“The Forgotten Firsts–Remembering Radio Netherlands”

Many thanks to SWLing Post contributor, Richard Langley, who shares this excellent article by our friend Jonathan Marks in Medium:

Jonathan Marks, Director of Programmes, Radio Netherlands, Hilversum, June 1995 (Source: Medium.com)

Every country claims to have invented radio. In the Netherlands Institute for Sound and Vision in Hilversum they have so far focused on the radio pioneer Hanso Idzerda. He set up a business to make and sell his radios. And he realised that no-one would buy his radios if there was nothing to listen to. I think the evidence shows that he was one of the first, if not the first person to make regular broadcasts following a pre-announced schedule. But I would like to suggest he started off a chain of Dutch “firsts”, many of which are now in danger of being forgotten.

First, Idzerda started international broadcasting. From a rooftop antenna in the Hague, his low power mediumwave signal could be heard in the Southern part of the UK. And he capitalised on that by broadcasting an hour of concert music between 4 and 5 on a Sunday afternoon, responding to listeners correspondence. And he managed to get the programme paid for by the Daily Mail newspaper in London. So, the first international broadcasts were commercial. They were also the world’s first broadcasts using what today we would call narrow band frequency modulation. It wasn’t until 1933 that American engineer Edwin Armstrong, discovered this technique was capable of transmitting much better audio fidelity if you used much higher frequencies and more sensitive receivers.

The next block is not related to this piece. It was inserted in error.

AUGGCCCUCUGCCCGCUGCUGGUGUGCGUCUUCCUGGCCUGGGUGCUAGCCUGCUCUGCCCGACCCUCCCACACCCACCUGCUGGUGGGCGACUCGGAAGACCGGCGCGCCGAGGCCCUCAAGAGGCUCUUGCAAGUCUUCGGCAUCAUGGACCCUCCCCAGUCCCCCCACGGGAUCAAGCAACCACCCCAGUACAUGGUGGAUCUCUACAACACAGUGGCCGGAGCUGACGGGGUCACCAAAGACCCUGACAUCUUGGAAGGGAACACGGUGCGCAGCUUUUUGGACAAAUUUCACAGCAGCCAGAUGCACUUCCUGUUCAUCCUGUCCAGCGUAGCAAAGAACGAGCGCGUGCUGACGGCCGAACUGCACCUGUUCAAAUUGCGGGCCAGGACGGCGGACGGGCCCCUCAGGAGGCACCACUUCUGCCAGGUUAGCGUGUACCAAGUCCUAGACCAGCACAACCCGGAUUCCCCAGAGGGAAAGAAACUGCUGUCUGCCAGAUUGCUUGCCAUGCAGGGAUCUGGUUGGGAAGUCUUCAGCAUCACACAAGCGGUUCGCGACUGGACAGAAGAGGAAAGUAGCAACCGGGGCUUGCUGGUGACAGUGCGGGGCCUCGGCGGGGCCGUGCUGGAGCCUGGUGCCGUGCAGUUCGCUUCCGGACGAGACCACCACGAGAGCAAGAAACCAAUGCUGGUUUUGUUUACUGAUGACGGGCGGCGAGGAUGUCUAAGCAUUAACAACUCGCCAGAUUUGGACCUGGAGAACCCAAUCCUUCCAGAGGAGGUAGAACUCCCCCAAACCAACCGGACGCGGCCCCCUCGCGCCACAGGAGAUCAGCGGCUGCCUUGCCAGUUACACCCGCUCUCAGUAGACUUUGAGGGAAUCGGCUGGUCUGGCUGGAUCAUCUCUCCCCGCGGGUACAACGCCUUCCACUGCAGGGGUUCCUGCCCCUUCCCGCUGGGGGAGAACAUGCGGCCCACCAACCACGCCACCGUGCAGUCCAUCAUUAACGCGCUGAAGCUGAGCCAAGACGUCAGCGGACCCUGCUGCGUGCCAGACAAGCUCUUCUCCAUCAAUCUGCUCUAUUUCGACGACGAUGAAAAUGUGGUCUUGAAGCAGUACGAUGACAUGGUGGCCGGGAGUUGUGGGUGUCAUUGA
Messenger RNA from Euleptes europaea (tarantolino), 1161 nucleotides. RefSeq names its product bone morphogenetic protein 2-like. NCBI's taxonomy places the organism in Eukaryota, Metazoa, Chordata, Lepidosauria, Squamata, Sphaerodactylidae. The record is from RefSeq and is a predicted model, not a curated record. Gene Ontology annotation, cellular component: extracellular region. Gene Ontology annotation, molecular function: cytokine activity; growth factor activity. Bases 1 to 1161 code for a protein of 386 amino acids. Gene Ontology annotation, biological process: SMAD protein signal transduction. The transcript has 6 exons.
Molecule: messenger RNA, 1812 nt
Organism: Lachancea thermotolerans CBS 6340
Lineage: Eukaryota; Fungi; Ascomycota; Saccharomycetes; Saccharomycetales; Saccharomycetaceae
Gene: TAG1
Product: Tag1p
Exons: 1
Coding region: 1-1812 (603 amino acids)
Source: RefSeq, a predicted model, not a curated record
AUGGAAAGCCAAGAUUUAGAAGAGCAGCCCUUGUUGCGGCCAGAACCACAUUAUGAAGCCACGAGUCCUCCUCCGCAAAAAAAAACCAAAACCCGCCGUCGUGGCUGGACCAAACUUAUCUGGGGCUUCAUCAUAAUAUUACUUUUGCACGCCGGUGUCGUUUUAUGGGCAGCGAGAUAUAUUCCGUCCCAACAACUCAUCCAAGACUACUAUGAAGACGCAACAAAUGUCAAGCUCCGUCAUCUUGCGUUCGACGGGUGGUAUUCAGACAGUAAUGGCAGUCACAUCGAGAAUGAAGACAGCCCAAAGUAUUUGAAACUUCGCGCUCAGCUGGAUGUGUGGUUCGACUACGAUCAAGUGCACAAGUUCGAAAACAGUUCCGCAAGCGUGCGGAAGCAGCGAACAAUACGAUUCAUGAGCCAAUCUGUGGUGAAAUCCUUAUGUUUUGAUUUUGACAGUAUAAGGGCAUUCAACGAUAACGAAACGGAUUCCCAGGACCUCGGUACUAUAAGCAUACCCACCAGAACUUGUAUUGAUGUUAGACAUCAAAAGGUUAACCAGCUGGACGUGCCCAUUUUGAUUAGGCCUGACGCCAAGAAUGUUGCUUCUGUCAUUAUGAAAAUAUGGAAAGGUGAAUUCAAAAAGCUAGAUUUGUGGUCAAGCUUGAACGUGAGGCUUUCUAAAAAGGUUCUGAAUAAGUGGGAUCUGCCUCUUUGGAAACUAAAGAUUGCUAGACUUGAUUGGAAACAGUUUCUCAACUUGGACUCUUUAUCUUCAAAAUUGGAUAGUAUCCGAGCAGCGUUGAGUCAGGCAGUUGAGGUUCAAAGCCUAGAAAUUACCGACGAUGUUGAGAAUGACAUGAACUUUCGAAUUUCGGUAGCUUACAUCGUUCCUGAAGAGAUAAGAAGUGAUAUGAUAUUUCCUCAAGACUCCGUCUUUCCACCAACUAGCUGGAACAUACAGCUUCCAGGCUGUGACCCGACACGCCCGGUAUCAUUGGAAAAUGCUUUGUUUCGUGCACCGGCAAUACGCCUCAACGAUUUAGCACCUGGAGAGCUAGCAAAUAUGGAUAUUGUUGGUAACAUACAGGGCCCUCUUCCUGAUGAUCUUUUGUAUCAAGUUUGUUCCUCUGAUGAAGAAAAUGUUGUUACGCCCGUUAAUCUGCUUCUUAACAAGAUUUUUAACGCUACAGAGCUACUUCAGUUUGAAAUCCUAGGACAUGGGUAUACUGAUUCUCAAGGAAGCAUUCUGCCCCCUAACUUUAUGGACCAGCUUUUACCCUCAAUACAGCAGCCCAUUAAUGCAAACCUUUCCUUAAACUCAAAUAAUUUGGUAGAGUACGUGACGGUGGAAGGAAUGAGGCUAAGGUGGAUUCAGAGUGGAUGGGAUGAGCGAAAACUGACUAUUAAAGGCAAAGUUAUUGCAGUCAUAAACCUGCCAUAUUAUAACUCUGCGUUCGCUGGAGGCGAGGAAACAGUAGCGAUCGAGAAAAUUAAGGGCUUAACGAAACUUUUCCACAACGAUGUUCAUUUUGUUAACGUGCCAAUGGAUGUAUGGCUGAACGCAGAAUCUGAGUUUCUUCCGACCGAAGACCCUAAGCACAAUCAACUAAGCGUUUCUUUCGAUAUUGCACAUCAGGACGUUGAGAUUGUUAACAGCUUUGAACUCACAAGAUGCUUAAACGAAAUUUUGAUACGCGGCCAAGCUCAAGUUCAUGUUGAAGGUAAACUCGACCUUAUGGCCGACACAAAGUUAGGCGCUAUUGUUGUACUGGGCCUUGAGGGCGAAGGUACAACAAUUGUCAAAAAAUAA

In 1920’s, no-one understood radio propagation

But in 1919 no-one really understood how radio waves worked and the influence the sun has on the way they propagate. I’m guessing that Idzerda would have had most of his UK listeners in mid-winter when it was starting to get dark.

By 1925, various things were happening in parallel. Physicists like Edward Appelton were showing that there was a layer in the earth’s atmosphere which they later called the ionosphere. It acted like a mirror to radio waves. And the path of the signal followed was dependent on frequency.

So while Radio Kootwijk was using a high-power long-wave transmitter to try and send Morse code messages to the Dutch colony of the East Indies, now Indonesia, engineers at Philips in Eindhoven realised that shorter wavelengths were best suited to long distance communication using much less power than the 400kW being used in Kootwijk. They ran experiments in 1925 which were received in Malabar Indonesia. A certain Dr de Groot is listed is some accounts as a radio enthusiast. It’s just that he happened to be the head of the Dutch telegraph station in Sitoebondo, East Java and had been busy since 1916 trying to establish a reliable, direct connection between The Netherlands and its colonies. The Dutch were making use of long-distance phone cables owned by the British who were listening in to all the communications.[…]

Click here to continue reading the full article in Medium.

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